Review of Restaurant Gustav in Zurich/Switzerland


Foodie paradise directly by the central train station

Chef Antonio Colaianni had been on my radar for some time now. He is a known person in Zurich’s culinary scene, but I have never managed to try out his high-end cuisine so far. When I dined at Restaurants Clouds years ago, he had already moved on. The same is true for Restaurant Mesa that I visited before and after his being the chef here (see my review of Mesa). Finally, I succeeded to dine in a place where he is still at work, Restaurant Gustav.


There are huge development projects under way on different sides of the Zurich main railway station. In one of them, Europaallee, on the southwest, you find the complex where Antonio Colaianni found its current work place, the Gustav complex.
Here a view from Zurich’s highest restaurant, Clouds, formerly headed by Antonio Colaianni, towards the city, dating from a few years back. The neighborhood of Europaallee is located on the right side of the railways’ right side if you follow them further to the left.


The mentioned Gustav apartment block, right next to the main railway station, is comprised of a restaurant and a bar as well as a café and a confectionary, everything overseen by Antonio Colaianni. In addition, you find onsite serviced apartments.

After having a look around the site first – especially at the café
added two years ago offering sweet and salty treats from the chef’s kitchen, and which looked promising – our party of four settled down for a glass of champagne in the bar
where you can choose from over 120 varieties in every price range before heading to the dining room.
The place is huge – 80 seats are available for a sophisticated fine dining experience –, airy and gives much personal space for the individual tables. Although its size and the fact that that it was fully booked, we never were disturbed by noise as the ceiling is sound-damped. There is also an outdoor restaurant with room for 30 guests.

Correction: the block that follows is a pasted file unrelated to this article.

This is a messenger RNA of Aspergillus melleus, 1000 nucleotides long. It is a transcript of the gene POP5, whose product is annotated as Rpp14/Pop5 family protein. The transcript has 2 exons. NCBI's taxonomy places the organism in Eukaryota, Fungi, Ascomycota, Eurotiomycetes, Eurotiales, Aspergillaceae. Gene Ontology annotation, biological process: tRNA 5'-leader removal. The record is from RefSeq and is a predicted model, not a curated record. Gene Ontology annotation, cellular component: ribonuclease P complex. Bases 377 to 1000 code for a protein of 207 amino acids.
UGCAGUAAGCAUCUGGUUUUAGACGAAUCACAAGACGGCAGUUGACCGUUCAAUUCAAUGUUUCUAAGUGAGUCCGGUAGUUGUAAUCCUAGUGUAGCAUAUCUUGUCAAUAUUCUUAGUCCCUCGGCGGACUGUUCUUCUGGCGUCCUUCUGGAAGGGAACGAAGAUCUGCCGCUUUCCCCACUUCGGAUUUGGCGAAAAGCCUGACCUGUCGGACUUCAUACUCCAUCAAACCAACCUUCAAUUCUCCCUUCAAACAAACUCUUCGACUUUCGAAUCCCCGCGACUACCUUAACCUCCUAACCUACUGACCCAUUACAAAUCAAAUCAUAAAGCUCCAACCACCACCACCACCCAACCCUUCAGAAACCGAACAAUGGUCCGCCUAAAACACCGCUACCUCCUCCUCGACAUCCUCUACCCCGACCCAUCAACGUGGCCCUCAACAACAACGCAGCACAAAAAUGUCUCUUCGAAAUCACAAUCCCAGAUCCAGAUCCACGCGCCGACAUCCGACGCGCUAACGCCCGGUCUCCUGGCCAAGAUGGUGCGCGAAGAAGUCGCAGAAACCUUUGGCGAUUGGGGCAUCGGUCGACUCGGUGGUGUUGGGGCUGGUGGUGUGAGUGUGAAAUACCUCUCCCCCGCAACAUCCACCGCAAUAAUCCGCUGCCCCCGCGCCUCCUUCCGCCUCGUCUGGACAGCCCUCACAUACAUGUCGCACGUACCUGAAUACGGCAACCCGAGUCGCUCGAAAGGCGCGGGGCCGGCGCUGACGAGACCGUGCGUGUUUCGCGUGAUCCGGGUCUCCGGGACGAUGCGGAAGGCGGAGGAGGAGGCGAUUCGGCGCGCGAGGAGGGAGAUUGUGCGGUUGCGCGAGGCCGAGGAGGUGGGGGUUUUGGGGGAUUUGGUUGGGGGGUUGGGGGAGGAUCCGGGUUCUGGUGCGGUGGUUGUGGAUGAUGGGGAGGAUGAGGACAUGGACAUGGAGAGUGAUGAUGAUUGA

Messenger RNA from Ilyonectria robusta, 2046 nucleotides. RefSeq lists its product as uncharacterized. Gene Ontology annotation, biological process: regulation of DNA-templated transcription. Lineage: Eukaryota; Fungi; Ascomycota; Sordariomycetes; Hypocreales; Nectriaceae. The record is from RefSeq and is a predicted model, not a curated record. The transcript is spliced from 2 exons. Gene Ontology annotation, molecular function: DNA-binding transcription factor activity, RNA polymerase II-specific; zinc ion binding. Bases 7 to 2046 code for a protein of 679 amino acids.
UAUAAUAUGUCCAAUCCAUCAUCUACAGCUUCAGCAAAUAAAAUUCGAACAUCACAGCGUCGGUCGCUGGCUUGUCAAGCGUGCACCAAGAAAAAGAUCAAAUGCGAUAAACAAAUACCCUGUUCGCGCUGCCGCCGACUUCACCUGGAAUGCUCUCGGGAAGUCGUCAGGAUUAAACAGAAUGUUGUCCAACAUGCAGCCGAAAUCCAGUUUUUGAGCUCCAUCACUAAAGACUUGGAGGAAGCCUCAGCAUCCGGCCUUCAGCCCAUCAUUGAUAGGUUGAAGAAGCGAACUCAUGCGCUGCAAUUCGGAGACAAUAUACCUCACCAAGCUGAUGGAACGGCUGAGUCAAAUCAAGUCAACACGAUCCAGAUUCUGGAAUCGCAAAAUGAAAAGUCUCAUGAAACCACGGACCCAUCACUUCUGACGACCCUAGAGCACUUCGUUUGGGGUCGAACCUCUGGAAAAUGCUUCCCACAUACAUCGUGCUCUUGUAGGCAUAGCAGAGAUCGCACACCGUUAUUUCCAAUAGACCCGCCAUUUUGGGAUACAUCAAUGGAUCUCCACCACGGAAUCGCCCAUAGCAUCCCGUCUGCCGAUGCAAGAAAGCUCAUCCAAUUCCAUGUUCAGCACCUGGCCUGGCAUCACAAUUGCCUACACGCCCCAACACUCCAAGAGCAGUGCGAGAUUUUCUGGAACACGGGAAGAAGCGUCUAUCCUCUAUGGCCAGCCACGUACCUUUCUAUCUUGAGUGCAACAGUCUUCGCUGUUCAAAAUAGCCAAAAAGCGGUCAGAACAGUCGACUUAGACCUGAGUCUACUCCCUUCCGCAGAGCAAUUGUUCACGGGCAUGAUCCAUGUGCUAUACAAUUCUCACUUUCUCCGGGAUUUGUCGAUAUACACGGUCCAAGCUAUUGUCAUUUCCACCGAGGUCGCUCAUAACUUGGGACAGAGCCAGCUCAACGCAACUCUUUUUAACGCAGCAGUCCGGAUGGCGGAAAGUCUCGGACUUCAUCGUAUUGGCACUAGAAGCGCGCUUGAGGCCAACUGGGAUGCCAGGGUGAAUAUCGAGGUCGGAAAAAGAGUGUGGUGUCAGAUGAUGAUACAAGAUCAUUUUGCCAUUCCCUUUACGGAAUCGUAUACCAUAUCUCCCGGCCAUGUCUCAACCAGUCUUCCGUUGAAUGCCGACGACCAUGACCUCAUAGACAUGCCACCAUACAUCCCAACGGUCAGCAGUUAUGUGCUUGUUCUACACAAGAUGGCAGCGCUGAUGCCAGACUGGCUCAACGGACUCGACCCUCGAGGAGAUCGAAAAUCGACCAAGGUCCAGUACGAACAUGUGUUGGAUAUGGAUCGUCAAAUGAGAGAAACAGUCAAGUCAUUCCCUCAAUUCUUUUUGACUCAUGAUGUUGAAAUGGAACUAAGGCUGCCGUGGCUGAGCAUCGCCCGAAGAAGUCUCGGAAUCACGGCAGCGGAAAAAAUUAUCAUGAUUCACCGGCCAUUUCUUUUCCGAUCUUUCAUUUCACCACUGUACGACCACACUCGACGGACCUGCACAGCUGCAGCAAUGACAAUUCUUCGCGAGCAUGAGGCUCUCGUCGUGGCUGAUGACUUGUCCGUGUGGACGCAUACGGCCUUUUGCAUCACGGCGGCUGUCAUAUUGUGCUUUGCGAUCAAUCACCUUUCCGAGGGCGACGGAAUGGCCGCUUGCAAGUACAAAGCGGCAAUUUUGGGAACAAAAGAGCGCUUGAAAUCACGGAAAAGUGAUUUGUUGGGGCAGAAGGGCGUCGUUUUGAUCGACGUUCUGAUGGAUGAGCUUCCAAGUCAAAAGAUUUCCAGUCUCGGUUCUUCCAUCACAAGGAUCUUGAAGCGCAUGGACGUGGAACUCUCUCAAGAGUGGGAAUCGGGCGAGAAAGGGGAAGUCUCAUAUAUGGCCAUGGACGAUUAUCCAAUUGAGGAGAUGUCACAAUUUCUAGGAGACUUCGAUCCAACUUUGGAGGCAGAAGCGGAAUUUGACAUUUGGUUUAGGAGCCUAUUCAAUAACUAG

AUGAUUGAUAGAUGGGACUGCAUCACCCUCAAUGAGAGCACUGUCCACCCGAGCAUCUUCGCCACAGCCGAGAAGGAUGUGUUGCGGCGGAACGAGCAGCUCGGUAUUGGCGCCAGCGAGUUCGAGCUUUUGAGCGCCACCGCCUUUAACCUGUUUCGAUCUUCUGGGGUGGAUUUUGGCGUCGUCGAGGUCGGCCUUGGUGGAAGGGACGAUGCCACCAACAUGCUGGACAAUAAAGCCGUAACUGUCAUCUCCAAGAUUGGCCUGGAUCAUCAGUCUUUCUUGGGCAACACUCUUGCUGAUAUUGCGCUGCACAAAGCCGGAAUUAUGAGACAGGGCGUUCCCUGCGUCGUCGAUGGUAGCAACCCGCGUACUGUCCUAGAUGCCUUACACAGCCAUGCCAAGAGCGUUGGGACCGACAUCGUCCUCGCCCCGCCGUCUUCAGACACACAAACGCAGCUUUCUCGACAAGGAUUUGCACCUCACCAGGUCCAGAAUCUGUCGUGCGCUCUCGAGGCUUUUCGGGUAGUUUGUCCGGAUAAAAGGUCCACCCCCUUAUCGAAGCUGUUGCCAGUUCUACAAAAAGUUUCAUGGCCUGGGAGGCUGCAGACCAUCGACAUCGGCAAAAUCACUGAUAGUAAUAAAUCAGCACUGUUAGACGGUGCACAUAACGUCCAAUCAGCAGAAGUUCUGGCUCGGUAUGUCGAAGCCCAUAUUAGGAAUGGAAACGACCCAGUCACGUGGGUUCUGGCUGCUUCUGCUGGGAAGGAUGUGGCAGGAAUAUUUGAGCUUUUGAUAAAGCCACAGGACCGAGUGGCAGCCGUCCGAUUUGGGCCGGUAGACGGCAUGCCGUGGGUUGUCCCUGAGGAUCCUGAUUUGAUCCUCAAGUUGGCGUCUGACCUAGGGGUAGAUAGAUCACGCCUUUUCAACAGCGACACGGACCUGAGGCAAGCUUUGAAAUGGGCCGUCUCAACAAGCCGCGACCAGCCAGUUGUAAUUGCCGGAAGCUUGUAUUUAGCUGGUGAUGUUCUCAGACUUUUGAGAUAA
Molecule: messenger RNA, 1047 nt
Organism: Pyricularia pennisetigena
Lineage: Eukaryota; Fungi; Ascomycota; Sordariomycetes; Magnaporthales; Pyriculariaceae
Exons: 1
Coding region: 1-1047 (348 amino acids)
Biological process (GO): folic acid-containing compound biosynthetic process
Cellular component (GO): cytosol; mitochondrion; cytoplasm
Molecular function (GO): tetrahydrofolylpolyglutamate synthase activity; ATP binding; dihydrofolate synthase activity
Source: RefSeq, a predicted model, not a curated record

Restaurant Gustav is contemporarily furnished and feels like the dining room of an upscale hotel.

Staff is plentiful, hospitable and attentive without being intrusive. It hit the perfect notes of warmth and friendliness with that touch of formality that you expect from an establishment of this kind.

We dined here on a Friday evening, when also some kind of group event was going on. Most of times, service was paced just right. If we had been in a hurry, we probably would have judged the service as a bit slow, but we had all the time in the world and did not mind.

Food concept/Pricing

While I mentioned at the beginning that I was glad to have had the chance to dine at a restaurant where Antonio Colaianni is still at work, this is technically not the case as he does not longer stand in the kitchen himself. Chef de cuisine is Antonino Alampi, with whom he already worked together at Restaurant Casale in Wetzikon near Zurich.

When it comes to the kind of cuisine you get at Gustav, you might expect Italian cuisine here as not only the head of gastronomy but also the chef de cuisine have Italian roots. This is not entirely accurate. Antonio Colaianni has its own signature style, you find French, Italian and other specialties, modernly interpreted, and with his own personal touch.

On the menu you find a section with the chef’s classics (all starters), cold and warm starters as well as a number of main courses. In terms of desserts, four sweet variations (chocolate, blood orange, mille-feuille, lemon tart) were available and cheese from the trolley. You can also order a surprise menu, however only for the whole table.